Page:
Afghan Christian convert is released
KABUL, Mar 28 (Reuters) An Afghan Christian convert who faced a possible death sentence for denying Islam has been freed after a chorus of Western pleas that his religious freedom be respected, the Afghan justice minister today said.
Abdur Rahman, 40, was jailed this month for abandoning his faith. Judicial officials said he could have faced trial under Islamic sharia law stipulating death as punishment for apostasy.
Earlier a senior judicial official said that Rahman had been moved from Kabul's main prison to a medical facility but was still in the custody of judicial authorities and would undergo psychiatric tests.
Afghanistan's Western-backed government has been seeking a face-saving way out of the crisis, satisfying Western pleas for the man's freedom while appeasing cons3ervative clerics at home who have been demanding Rahman be punished under Islamic law.
The United Nations has been working with President Hamid Karzai's government on a solution and said late on Monday Rahman had requested asylum abroad, and it was hoped one of the countries involved in the controversy would accept him.
A U N spokesman declined to comment today.
U S embassy spokesman Lou Fintor welcomed the release and said arrangements regarding Rahman's welfare were being handled privately. Another foreign official, who declined to be identified, said Rahman's safety was a prime concern.
Protests against the release were expected, a security official said.
Rahman became a Christian while working for an aid group helping Afghan refugees in Pakistan 15 years ago. He later lived in Germany before returning to Afghanistan. He was detained after his relatives told authorities he had converted to Christianity following a dispute involving two daughters, officials said.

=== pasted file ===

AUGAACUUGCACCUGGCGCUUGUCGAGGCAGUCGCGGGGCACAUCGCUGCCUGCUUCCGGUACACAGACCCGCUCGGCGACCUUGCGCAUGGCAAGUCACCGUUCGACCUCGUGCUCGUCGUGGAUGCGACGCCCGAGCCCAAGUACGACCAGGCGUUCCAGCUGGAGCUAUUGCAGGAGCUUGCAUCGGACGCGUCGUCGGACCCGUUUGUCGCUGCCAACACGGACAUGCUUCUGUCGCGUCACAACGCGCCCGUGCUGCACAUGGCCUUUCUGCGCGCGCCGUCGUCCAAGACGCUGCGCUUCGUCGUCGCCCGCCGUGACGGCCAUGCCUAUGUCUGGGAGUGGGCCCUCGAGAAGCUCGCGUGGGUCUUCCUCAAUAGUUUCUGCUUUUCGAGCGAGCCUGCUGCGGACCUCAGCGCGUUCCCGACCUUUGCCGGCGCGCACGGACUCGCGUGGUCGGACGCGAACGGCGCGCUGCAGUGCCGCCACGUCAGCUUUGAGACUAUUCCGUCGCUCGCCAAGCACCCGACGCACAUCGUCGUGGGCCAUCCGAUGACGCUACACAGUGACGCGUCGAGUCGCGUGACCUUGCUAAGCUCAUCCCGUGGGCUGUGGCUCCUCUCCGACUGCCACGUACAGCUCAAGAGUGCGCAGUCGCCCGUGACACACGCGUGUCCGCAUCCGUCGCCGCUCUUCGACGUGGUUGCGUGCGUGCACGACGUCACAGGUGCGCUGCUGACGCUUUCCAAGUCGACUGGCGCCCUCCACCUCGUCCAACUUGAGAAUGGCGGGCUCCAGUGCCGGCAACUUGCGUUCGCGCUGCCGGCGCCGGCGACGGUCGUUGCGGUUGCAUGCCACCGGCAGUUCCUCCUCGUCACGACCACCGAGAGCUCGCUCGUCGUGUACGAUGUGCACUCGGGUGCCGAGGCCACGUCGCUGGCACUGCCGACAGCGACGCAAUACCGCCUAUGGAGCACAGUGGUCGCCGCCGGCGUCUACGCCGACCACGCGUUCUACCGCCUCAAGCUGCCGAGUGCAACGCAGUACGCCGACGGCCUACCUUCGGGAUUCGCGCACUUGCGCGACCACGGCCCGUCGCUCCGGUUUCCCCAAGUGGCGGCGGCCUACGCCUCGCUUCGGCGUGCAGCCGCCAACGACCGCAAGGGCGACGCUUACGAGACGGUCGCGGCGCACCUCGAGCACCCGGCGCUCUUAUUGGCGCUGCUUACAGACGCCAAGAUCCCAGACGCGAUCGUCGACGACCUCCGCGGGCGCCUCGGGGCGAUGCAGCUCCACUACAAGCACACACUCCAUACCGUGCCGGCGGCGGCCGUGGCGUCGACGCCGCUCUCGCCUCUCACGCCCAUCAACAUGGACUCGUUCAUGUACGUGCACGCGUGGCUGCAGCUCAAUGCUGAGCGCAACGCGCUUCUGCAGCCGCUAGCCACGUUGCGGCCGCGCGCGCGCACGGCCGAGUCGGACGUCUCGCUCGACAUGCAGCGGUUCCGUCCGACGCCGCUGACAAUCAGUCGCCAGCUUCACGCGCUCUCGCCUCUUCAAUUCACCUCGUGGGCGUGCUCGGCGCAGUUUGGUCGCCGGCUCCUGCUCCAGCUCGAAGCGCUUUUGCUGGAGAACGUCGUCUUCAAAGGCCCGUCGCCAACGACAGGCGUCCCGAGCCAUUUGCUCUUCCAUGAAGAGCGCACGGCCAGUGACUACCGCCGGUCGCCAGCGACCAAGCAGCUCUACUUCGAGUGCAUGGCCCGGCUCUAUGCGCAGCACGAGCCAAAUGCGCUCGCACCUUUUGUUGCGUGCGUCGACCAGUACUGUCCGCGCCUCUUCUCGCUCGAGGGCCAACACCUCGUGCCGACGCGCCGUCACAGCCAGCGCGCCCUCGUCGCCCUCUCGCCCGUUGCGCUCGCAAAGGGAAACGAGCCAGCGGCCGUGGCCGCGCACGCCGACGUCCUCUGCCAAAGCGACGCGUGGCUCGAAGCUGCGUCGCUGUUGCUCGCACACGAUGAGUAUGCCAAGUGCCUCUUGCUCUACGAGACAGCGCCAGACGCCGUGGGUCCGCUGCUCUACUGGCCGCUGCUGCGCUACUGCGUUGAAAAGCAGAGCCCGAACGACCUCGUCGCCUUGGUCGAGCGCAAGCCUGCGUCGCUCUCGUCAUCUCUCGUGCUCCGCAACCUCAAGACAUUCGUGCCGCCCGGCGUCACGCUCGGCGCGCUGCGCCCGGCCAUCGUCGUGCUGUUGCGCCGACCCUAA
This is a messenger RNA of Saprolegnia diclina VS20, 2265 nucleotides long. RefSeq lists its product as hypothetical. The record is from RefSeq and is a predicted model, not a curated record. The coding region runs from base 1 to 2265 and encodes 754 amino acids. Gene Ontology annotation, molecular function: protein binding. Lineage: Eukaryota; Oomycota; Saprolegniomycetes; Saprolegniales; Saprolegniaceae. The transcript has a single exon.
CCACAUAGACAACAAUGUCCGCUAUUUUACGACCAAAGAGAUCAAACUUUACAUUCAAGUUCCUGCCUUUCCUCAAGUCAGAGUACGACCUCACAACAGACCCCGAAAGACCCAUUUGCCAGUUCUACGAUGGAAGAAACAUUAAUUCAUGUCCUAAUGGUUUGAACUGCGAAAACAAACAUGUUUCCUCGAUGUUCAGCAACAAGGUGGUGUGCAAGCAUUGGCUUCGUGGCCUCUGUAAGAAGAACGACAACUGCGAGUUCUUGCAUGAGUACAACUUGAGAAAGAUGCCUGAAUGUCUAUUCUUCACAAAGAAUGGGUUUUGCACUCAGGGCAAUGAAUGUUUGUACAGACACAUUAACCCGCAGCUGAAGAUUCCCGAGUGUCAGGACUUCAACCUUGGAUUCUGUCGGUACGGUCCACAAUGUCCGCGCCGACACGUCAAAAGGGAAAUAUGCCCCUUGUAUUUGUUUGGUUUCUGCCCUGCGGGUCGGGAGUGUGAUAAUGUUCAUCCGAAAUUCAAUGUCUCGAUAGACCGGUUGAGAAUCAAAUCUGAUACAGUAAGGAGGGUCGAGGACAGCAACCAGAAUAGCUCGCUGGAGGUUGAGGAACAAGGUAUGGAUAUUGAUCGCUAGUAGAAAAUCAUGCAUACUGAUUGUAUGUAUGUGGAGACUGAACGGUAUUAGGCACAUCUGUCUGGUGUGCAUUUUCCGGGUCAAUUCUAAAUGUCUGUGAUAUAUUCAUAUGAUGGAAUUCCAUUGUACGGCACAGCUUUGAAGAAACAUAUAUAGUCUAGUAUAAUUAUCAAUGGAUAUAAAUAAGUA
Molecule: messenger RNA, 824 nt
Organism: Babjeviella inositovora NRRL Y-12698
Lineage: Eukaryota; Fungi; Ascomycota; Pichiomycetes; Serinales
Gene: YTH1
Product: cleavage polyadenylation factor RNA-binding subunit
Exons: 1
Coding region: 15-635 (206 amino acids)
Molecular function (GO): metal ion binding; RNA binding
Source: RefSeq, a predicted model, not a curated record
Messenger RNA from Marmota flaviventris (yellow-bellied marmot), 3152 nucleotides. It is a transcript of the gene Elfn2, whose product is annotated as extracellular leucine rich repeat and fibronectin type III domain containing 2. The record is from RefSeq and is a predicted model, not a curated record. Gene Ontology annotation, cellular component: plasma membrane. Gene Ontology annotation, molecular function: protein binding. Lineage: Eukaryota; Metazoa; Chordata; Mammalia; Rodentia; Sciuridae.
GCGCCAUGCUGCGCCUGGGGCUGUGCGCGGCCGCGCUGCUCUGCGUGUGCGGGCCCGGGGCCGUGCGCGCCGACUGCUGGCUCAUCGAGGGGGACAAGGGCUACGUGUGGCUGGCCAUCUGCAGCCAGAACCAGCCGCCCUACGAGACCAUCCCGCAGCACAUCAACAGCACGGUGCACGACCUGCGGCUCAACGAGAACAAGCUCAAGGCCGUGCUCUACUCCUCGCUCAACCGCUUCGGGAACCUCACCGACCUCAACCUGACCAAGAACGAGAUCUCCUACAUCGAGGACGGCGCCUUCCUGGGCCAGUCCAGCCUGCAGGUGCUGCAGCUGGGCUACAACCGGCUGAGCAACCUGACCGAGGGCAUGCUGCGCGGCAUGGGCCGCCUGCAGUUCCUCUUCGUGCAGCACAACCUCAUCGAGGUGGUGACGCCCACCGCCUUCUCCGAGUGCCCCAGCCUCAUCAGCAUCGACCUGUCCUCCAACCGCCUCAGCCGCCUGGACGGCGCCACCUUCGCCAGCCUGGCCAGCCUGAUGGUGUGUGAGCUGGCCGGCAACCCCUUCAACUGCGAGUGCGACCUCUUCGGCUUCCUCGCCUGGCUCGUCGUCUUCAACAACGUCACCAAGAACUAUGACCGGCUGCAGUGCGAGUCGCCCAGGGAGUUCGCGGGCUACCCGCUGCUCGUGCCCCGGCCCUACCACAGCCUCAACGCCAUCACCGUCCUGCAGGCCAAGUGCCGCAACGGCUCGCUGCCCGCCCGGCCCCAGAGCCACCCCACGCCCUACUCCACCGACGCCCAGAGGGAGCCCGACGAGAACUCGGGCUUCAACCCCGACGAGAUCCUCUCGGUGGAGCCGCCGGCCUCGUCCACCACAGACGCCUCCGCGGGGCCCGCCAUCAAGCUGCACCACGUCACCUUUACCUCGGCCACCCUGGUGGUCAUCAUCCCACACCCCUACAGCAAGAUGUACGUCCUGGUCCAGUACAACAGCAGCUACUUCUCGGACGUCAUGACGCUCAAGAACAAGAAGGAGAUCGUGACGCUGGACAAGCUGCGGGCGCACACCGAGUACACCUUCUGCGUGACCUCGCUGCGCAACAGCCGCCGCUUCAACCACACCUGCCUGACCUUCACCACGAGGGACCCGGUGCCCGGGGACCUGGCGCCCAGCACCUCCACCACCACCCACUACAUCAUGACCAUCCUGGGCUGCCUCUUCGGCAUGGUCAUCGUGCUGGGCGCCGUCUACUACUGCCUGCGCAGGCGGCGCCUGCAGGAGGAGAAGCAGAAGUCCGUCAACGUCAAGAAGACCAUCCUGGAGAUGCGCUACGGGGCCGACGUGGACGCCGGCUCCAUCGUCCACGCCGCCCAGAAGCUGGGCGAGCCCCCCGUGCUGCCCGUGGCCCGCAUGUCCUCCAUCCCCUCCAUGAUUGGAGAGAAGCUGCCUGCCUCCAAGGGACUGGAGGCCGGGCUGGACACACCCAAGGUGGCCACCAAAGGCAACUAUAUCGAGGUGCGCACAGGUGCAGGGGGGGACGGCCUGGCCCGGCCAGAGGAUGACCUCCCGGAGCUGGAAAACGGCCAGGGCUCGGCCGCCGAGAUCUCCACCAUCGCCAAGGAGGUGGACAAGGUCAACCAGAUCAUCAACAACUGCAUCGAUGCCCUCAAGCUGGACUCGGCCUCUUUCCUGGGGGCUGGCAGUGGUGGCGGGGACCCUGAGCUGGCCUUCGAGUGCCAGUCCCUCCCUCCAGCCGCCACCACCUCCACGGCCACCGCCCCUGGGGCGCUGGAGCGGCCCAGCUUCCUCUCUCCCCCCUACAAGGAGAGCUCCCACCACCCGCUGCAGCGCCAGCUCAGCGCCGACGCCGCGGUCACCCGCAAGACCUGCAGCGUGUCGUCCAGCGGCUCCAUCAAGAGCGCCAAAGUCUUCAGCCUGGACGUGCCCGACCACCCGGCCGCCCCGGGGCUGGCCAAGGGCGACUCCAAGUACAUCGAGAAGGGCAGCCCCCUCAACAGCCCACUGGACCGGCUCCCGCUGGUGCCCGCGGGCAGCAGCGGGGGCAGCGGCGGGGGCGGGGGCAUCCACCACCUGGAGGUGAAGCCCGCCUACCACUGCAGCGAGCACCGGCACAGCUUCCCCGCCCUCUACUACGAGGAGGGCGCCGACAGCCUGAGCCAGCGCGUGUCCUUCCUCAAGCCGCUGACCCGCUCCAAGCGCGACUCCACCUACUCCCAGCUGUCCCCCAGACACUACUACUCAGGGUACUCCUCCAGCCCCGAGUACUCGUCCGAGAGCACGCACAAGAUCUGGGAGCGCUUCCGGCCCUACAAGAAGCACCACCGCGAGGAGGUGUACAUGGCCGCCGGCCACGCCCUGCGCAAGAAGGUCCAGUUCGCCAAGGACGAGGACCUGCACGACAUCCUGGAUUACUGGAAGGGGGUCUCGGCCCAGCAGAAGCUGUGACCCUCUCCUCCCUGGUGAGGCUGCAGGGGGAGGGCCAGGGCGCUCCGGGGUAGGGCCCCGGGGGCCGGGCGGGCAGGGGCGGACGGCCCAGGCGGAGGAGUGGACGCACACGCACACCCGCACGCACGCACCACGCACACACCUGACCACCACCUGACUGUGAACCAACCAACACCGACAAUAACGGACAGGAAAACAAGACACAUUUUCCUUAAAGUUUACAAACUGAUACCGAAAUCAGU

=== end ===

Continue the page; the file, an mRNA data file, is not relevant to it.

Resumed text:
Relatives later said Rahman had been suffering from mental problems, although he denied that.
"If the government doesn't kill him, people in all provinces will demonstrate," said one young man, Mujibur Rahman. "All Muslims will be anti-government." A group including clerics and a former prime minister said last week the government risked rebellion if it caved in to Western pressure.
About 1,000 angry protesters marched through the northern city of Mazar-i-Sharif yesterday chanting "Death to America" and "Death to the convert Abdur Rahman".
Afghanistan saw violent protests last month over cartoons of the Prophet Mohammad published in European newspapers, and last year over a magazine report about desecration of the Koran.
The Taliban, battling U S and other foreign troops since their overthrow in 2001, also called for Rahman's death.
A Taliban commander, who declined to be identified, said a Taliban council had issued a fatwa, or religious decree, saying Rahman must be killed.
The United States appealed for calm.
"We understand the sensitivity of this case and urge everyone to remain calm and resist efforts to exploit the situation," Fintor said.